The WVU Heart and Vascular Institute successfully removed its first COVID-19 patient from ECMO on Tuesday, June 16, after 514 hours of support.
Extracorporeal membrane oxygenation, or ECMO, is a form of life support that is used when the patient’s lungs are damaged and unable to effectively oxygenate the blood. This life-saving measure frequently provides physicians with time to resolve diseases affecting the lungs and their ability to function. The WVU Heart and Vascular Institute ECMO program serves as a referral center for a four-state catchment area.
“ECMO is often a treatment of last resort for our patients,” Paul McCarthy, MD, WVU Heart and Vascular Institute critical care division chief. “Once patients lose lung function, their options for life support are extremely limited.”
The patient, Felix Gonzalez Carrasquillo, MD, 51, a VA hospital emergency room physician from Charles Town, was placed on ECMO after being admitted to WVU Medicine J.W. Ruby Memorial Hospital on May 20.
“We are fortunate that WVU Medicine has a sophisticated, multidisciplinary team in place that allows complex, interdependent care to be rendered reliably, consistently, and efficiently to allow for the best results,” Jeremiah Hayanga, MD, WVU Heart and Vascular Institute ECMO program director, said. “Our program’s outcomes have consistently been above national bench marks.”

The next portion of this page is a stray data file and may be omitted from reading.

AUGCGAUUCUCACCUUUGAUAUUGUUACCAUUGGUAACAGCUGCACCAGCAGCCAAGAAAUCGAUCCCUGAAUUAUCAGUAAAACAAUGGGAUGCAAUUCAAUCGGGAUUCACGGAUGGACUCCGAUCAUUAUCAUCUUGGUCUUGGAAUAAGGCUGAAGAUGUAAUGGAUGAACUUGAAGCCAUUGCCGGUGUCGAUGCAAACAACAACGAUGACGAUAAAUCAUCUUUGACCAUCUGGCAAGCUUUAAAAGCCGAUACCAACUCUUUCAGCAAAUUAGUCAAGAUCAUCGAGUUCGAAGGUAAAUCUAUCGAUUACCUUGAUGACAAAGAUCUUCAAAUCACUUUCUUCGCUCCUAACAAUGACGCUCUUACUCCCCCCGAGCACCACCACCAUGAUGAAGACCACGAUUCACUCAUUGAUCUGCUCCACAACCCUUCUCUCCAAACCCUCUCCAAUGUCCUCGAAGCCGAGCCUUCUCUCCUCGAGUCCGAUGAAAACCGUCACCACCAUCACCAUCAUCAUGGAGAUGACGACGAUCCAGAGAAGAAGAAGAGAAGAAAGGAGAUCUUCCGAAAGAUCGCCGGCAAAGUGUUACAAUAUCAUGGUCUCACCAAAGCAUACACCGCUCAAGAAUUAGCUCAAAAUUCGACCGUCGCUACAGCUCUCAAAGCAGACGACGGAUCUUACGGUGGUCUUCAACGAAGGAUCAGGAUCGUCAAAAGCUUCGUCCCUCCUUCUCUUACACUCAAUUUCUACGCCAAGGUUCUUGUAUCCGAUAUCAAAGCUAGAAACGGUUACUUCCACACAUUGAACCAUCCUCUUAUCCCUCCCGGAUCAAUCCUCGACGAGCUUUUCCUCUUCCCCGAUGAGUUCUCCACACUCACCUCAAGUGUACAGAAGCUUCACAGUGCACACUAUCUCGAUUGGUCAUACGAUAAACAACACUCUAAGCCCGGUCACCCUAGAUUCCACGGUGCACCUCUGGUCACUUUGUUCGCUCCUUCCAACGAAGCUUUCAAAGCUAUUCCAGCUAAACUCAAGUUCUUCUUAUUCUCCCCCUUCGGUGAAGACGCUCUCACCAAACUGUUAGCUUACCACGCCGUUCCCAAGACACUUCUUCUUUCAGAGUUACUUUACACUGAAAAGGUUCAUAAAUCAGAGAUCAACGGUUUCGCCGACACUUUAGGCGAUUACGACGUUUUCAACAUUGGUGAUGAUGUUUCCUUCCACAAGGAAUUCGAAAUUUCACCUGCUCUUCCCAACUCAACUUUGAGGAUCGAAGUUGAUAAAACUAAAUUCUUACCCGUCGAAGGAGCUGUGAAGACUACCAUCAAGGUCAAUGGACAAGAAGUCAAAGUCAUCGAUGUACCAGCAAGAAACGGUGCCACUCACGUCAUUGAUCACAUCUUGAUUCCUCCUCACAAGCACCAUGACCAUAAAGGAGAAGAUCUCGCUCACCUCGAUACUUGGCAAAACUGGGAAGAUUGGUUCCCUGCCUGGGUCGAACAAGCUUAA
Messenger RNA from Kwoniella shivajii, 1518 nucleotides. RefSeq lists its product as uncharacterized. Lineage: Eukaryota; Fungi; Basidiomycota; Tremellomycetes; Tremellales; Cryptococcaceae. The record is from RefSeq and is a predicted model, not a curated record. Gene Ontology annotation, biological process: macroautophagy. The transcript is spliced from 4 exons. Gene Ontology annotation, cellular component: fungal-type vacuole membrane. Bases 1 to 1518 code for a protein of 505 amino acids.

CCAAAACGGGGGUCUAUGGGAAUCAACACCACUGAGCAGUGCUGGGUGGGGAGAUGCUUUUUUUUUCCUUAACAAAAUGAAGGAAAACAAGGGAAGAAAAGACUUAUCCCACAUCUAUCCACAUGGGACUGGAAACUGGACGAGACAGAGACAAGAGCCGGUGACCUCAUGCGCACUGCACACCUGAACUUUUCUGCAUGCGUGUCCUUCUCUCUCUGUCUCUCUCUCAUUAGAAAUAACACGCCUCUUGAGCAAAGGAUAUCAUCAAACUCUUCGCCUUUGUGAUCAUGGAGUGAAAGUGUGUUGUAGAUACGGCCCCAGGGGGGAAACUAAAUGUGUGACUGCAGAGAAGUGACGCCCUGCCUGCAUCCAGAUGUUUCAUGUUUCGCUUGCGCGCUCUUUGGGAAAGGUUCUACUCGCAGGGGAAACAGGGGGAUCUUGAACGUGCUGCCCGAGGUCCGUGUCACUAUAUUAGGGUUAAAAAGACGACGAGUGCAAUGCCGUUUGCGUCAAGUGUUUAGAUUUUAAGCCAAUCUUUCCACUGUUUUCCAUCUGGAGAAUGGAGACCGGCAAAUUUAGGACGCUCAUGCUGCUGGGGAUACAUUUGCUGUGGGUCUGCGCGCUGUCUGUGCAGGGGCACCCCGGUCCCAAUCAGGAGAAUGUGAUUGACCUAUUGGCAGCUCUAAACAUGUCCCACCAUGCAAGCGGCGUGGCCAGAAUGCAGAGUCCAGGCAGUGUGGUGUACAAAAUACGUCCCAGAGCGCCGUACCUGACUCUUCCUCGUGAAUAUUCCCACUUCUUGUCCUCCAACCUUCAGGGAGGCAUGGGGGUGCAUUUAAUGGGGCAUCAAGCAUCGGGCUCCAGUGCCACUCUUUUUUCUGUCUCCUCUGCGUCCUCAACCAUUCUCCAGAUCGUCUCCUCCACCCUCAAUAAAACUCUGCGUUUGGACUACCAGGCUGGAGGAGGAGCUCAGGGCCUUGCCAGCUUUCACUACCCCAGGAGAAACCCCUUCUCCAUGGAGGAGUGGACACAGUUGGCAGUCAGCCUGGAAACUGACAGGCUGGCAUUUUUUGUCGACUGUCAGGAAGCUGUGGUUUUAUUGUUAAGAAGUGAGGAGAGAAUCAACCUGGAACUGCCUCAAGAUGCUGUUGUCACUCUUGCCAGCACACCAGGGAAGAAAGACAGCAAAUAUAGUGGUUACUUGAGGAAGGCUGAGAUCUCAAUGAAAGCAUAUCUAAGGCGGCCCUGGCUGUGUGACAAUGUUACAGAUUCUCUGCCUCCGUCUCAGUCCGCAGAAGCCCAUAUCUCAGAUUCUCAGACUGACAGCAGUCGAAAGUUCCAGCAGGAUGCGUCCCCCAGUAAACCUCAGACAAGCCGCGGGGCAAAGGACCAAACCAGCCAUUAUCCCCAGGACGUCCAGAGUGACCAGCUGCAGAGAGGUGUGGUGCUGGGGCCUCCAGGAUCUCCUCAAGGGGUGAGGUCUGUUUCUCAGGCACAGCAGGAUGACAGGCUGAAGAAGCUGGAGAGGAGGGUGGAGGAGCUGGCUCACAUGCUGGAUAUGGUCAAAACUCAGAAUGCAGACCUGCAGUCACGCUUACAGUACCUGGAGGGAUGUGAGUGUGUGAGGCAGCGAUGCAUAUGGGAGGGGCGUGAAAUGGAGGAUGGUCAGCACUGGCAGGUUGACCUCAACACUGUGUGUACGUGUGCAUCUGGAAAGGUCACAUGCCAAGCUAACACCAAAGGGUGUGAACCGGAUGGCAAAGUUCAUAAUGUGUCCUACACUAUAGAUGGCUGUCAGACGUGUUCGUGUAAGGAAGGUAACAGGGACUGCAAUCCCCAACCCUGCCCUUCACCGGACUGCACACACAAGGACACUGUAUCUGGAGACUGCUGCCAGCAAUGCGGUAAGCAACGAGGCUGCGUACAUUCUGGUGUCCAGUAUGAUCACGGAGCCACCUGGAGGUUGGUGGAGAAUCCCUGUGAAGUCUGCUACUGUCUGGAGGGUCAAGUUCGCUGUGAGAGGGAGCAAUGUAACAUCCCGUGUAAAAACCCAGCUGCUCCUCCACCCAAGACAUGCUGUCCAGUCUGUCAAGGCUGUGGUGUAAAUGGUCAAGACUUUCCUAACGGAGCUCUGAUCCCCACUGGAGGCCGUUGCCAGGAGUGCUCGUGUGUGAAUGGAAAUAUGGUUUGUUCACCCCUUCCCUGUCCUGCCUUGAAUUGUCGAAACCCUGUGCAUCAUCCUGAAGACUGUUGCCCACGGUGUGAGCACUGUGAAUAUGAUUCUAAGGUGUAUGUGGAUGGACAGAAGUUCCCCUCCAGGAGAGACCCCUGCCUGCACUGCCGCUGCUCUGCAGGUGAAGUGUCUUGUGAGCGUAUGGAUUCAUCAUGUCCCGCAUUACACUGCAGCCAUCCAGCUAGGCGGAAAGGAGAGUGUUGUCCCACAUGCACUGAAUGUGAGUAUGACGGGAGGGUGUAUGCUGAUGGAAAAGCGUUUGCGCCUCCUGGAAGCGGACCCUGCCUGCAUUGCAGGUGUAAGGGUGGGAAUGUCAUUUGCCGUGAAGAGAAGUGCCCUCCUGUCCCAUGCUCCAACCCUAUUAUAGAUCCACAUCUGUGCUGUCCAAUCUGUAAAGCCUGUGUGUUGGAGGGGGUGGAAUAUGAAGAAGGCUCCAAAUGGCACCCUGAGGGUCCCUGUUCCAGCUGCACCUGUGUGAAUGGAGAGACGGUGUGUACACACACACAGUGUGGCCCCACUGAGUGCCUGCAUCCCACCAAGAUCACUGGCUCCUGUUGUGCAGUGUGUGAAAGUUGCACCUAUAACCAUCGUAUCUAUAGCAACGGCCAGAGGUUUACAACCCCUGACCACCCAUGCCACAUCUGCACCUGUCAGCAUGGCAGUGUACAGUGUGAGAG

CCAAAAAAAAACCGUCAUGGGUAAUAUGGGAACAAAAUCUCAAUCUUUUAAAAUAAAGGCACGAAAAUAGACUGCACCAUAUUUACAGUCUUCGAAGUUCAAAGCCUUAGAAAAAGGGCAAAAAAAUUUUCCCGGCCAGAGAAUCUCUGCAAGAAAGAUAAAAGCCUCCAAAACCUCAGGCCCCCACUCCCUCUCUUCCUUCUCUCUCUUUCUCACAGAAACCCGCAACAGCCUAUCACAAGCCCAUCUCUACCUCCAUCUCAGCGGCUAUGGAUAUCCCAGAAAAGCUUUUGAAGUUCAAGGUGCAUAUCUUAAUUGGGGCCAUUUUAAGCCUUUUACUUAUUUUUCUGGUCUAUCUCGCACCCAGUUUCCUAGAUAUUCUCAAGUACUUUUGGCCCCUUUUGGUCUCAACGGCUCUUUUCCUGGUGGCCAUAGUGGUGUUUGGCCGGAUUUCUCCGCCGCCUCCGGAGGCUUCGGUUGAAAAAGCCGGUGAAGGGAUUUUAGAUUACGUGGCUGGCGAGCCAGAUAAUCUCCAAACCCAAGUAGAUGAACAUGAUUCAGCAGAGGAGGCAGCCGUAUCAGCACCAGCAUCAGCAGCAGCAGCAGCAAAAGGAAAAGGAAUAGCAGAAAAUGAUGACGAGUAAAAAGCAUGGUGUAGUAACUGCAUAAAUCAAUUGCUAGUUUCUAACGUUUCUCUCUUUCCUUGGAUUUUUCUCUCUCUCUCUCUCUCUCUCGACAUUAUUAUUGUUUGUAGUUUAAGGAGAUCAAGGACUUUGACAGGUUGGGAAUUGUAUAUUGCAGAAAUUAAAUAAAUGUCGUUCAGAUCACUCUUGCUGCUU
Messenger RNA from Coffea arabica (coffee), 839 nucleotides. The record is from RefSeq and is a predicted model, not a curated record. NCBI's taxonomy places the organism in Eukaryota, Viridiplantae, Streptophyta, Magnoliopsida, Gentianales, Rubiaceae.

According to Dr. Hayanga, Dr. Gonzalez Carrasquillo was in lung and kidney failure upon arrival and was unlikely to survive without ECMO.
“Once they have exceeded conventional therapies, COVID-19 patients have few treatment options,” Hayanga said. “There are a number of experimental drugs and therapies, such as tocilizimab, hydroxychloroquIne, and convalescent plasma, but often these are difficult to obtain without rigorous protocols already in place, particularly in the absence of a multidisciplinary platform to deliver these therapies.”
On June 24, Gonzalez Carrasquillo was transferred to a rehabilitation facility, where he will undergo physical therapy to regain his strength once his COVID-19 test is negative. According to Hayanga, it is expected he will recover and return to work by the end of the summer pending further negative COVID-19 tests.
“The core mission of the WVU Heart and Vascular Institute is to provide the most advanced therapies available to every citizen of West Virginia and our surrounding regions,” Vinay Badhwar, MD, WVU Heart and Vascular Institute executive chair, said. “Our award-winning ECMO program is just one of our many services that provides multidisciplinary excellence. Our entire team was very pleased to be able to rescue our first responder provider from COVID-19. We remain collectively ever vigilant as we navigate the pandemic. Our state should know that we are poised and ready to serve our citizens with the most advanced capabilities in the nation.”
For more information on the WVU Heart and Vascular Institute, visit WVUMedicine.org/Heart.